A mom of a 10-month-old baby girl is upset because she was not permitted to breastfeed during a college exam at Florida State College at Jacksonville.
Rebecca Mabrey is an online student, but she still had to go to the campus to take an exam — and she was turned away at the door because she had her baby and a stroller in tow. The proctor of the test told her she could not have an infant in the classroom during the exam, because she might serve as a disruption to the other students.
via College Student Complains She’s Not Allowed to Breastfeed During Exams — Well, Duh! (VIDEO) | The Stir.
This is a bit tricky. You know me, women should be able to breastfeed their babies anytime, anywhere. Denying a woman the right to breastfeed her child in a public place is an act of discrimination. People providing goods and services, including educational institutions have a duty to accommodate to the point of undue hardship.
It would be unfair to exclude someone from the exam because their needs are different from the majority. Accommodation is a fundamental and integral part of the right to equal treatment. The principle of accommodation involves three factors: dignity, individualization and inclusion.
- Dignity: Persons must be accommodated in a way that most respects their dignity, including their privacy, confidentiality, comfort and autonomy.
- Individualization:There is no set formula for accommodation. Each person’s needs are unique and must be considered afresh when an accommodation request is made. A solution may meet one person’s requirements but not another’s, although many accommodations will benefit many other people with similar needs.
- Inclusion:Achieving integration and full participation requires barrier-free and inclusive design and removing existing barriers. Preventing and removing barriers means all persons should have access to their environment and face the same duties and requirements with dignity and without impediment. See also Section IV-1a(i) – “Preventing, reviewing and removing barriers.”
See more at: OHRC
Here’s the tricky part, having a baby present in an exam room, with other students taking an exam is undue hardship. Babies are very distracting, and I know I don’t have to explain why. I believe adults need to accommodate babies and children in most public places, as babies and children are people too! But, in an exam, where extraordinarily amounts of concentration and deliberation are needed, and quiet is expected–a baby is a reasonably unwelcome addition. The college exam room is truly not a place for children, it puts undue hardship on the other students and can adversely affect their futures to an unreasonable degree.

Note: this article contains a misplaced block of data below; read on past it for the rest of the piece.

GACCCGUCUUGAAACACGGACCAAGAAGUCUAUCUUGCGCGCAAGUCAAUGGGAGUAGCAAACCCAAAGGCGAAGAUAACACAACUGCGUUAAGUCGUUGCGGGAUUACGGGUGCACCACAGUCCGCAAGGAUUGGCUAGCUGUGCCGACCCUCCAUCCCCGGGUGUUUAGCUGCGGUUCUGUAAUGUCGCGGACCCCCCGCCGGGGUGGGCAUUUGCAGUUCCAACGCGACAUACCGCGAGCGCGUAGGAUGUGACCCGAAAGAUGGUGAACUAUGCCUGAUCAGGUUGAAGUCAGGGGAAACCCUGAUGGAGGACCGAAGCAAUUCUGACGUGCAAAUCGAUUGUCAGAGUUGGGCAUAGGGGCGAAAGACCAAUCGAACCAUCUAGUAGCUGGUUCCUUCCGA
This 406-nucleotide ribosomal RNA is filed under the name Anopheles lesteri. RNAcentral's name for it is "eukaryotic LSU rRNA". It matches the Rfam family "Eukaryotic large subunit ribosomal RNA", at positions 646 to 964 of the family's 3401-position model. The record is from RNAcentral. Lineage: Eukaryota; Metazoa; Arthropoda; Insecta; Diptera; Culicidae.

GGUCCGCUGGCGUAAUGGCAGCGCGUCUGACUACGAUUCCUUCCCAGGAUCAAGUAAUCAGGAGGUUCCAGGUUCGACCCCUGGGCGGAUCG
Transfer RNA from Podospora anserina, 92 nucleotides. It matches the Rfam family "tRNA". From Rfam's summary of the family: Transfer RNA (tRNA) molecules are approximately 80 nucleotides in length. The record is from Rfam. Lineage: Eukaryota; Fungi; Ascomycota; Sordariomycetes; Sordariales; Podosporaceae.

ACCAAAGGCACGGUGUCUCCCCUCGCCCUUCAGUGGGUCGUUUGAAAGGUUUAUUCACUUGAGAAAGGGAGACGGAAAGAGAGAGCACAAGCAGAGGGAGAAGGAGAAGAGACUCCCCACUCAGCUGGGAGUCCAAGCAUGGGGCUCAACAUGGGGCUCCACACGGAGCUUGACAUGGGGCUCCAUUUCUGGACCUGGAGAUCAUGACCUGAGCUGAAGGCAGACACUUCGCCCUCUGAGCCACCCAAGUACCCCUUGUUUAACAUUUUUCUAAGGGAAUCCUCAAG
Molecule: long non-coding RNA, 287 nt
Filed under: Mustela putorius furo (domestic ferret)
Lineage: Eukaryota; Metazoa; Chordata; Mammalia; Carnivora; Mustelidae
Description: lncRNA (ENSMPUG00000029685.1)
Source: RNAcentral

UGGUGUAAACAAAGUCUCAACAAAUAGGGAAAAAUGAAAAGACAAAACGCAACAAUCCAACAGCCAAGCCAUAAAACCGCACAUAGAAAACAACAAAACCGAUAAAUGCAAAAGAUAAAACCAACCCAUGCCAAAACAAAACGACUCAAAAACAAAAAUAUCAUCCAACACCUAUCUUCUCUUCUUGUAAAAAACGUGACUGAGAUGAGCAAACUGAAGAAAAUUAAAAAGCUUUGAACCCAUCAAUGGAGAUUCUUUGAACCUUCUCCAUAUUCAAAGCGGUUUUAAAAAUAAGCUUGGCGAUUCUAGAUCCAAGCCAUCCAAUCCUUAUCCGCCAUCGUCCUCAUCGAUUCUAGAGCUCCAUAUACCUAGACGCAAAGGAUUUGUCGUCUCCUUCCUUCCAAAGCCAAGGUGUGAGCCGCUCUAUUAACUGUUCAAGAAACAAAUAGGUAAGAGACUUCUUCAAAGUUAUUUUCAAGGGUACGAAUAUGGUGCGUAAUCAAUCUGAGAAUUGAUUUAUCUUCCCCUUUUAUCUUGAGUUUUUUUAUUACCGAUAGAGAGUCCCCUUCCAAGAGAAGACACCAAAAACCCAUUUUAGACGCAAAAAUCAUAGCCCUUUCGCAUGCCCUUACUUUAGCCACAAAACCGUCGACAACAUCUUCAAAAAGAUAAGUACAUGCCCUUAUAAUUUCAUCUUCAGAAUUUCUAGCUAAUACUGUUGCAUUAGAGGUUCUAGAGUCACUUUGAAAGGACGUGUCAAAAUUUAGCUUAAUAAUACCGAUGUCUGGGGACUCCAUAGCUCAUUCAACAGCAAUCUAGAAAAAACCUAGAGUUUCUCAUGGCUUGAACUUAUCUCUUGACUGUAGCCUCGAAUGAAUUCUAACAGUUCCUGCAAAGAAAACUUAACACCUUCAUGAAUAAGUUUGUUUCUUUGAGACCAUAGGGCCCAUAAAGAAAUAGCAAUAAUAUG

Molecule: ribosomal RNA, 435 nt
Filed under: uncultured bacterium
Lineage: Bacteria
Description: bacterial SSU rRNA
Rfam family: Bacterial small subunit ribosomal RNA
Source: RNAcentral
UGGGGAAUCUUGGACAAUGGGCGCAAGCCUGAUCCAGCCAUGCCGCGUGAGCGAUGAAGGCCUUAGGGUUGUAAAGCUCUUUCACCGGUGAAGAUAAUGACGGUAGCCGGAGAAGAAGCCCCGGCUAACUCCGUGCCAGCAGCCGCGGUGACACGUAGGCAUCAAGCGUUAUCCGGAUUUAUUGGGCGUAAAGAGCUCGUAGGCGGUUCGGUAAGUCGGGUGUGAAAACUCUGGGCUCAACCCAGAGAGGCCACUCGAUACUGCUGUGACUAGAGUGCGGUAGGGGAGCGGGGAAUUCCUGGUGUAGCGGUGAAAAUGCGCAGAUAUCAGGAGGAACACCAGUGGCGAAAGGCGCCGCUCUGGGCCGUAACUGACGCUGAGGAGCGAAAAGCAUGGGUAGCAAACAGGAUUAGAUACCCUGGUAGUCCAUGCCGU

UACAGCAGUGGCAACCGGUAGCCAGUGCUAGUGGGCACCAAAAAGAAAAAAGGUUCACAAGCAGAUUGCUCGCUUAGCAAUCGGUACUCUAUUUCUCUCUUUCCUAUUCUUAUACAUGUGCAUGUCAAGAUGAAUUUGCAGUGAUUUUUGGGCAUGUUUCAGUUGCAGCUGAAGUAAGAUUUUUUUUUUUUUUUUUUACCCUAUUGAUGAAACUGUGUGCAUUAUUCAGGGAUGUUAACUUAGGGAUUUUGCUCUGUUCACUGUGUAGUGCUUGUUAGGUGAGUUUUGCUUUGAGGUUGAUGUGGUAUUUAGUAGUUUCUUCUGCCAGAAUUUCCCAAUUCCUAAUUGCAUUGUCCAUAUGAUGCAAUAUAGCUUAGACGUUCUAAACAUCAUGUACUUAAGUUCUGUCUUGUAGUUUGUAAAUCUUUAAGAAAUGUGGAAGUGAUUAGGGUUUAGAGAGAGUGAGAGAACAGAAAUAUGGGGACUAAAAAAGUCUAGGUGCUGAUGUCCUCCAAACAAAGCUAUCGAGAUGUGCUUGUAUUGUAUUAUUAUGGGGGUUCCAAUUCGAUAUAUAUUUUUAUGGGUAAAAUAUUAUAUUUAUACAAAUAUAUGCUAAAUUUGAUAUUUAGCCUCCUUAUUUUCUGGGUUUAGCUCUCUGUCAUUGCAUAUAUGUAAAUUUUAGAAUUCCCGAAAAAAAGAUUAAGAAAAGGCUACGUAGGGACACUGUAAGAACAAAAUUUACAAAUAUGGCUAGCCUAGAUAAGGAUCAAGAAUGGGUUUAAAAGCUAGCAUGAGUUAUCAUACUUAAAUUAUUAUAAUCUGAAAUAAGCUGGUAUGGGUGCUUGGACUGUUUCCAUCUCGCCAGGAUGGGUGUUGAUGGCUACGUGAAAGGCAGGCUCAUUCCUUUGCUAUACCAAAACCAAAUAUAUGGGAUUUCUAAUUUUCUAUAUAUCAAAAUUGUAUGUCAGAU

There is another component to the need for accommodation in equal right treatment, and that is the responsibilities of the person seeking accommodation. The responsibilities of the breastfeeding mother in seeking accommodation are:
- request accommodation
- explain why accommodation is required, so that needs are known
- make needs known to the best of his or her ability, preferably in writing
- answer questions or provide information about relevant restrictions or limitations, including information from health care professionals, where appropriate and as needed
- take part in discussions on possible accommodation solutions
- co-operate with any experts whose assistance is required
- meet standards once accommodation is provided
- work with the school on an ongoing basis to manage the accommodation process
- discuss her accommodation needs only with persons who need to know.
Adapted from OHRC
It was the responsibility of the student to seek accommodation with the school prior to the exam date, and the school’s responsibility to provide her with accommodation. I could think of many ways this situation could have been resolved in advance. The school may have even had an existing policy into which this notification for accommodation could have been worked into, but it was never given a chance to exercise that flexibility.
I do hope that this situation has brought attention to the extra challenges breastfeeding mothers face in trying to continue their educations while their children are young. I hope they use this as an opportunity to install inclusive policies that provide extra accommodation to nursing mothers, including a pathway to access that accommodation.
I also hope they have given Rebecca Mabrey an opportunity to make up this exam, as I’m sure this was an honest mistake.